Then they spent the next week not painting.  As much as they were eager to start using the new brushes and rollers, there were a lot of steps that had to be done first. The walls had to be scrubbed and the edges had to be taped. Nails had to be removed and holes filled in. Outlet covers needed to be removed. It took a long time before any walls actually changed color.

Leading change initiatives can be like that.  We’ve identified a clear goal, obtained the needed resources, and are ready to see things happen.  The project team is anxious to start checking outcomes off the list. All that stuff about building the team, communicating with stakeholders, and assessing the change climate can feel very time-consuming and frustrating.

painter tape 2However, any experienced leader can tell you that without the proper preparation, the change initiative won’t be successful.  Just like painting the wall, if it’s not prepped properly, the new paint won’t stick. Scrubbing and taping is a lot of work up front, but it makes the overall process much easier. It’s a great feeling to finally remove the tape and see the new, fresh walls – drip free and ready to go.

One of the best tools for the preparation process is a project charter. While a charter is essential for any large change project, it can also be useful for smaller efforts. Creating the charter forces a leader to think through the goals, timelines, and assumptions for the change initiative. It also helps to identify the key stakeholders and what their roles should be.

There are many online resources for creating charters. Here are a couple of places to start:

– Bright Hub project management. What is a project charter?

– MindTools. Project charters

How have project charters helped with your change initiatives?

— Dee Anne Bonebright

Code blue – save that change!

Best of 2014, first published on June 11, 2014
Leadership provides many opportunities to serve our students and the people on your team. It also requires much from you, particularly when there is conflict or concerns about needed changes. Inspirational leaders find a way to “go first” and demonstrate with their own actions what must be done. Even when it is hard.  –Todd Thorsgaard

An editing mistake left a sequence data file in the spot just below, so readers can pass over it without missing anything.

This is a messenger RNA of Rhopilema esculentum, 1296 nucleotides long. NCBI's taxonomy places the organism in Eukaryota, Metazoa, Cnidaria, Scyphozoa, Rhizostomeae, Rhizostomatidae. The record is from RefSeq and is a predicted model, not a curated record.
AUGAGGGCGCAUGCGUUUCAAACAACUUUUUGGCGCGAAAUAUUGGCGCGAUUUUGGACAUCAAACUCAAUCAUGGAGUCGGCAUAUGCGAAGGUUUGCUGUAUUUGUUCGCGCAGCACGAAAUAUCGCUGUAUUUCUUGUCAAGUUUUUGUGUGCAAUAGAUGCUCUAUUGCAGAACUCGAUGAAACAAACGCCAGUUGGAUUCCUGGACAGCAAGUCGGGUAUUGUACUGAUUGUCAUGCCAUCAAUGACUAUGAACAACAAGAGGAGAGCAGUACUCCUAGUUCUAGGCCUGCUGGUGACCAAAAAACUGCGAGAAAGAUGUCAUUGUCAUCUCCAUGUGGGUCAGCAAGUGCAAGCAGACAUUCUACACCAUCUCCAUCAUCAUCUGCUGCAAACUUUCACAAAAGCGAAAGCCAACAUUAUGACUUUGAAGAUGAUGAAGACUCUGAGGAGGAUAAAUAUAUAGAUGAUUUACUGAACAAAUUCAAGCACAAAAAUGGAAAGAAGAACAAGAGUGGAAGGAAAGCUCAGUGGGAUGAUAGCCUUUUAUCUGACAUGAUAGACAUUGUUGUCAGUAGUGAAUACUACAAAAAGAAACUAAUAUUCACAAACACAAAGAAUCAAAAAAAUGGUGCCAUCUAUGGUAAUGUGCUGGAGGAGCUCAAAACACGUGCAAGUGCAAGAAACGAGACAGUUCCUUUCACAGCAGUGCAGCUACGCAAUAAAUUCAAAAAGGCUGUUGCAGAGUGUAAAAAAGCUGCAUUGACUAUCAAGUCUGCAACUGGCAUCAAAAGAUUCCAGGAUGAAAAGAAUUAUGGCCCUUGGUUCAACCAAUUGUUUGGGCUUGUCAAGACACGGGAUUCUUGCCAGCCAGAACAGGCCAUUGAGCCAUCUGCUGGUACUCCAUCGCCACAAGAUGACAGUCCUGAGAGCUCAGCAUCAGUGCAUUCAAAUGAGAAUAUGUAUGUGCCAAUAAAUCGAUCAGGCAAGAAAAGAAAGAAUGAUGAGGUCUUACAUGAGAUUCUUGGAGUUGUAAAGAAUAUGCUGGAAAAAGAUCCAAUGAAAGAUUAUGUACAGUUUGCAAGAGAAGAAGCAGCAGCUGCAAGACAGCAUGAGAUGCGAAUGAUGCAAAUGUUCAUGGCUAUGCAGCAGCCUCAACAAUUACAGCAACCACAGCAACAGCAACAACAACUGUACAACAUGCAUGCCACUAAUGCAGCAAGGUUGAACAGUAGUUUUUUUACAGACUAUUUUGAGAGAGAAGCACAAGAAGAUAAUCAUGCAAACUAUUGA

aedEach morning I notice the AED defibrillator when I exit the stairwell on my way to my office. If I am running late I may be slightly out of breath from running up the stairs but I have never needed the defibrillator, thank goodness! Yet, I am glad that the leaders in our organization don’t just talk about healthy employees but take accountability and are committed to the health of their people. They purchased and put AED devices on each floor and provided training on how to use them. I am trained and it is a good feeling to know that we have resources available and I know what to do in the event of a health emergency.

Change leaders have a similar responsibility to align their own behaviors and take accountability for their role in building accountability for change in the overall institution. The Implementation Institute uses the acronym CPR to help leaders build accountability for actual behavior change and execution in change initiatives.

C – Communicate: Clearly define, articulate and share the specific behaviors, performance and actions that are a part of the change.

P – Practice: Clearly determine what behaviors you need to personally demonstrate to show your commitment to the change. “Practice what you preach”

R– Reinforce: Create an infrastructure, policies and practices that reinforce the desired behaviors, successful and initially unsuccessful attempts at the new behaviors, and other activities that support the change.

Leaders who understand the importance of change CPR and actively communicate, practice and reinforce the desired behaviors necessary for a change to succeed will build accountability and commitment through their higher education institutions or any type of organization.

Todd Thorsgaard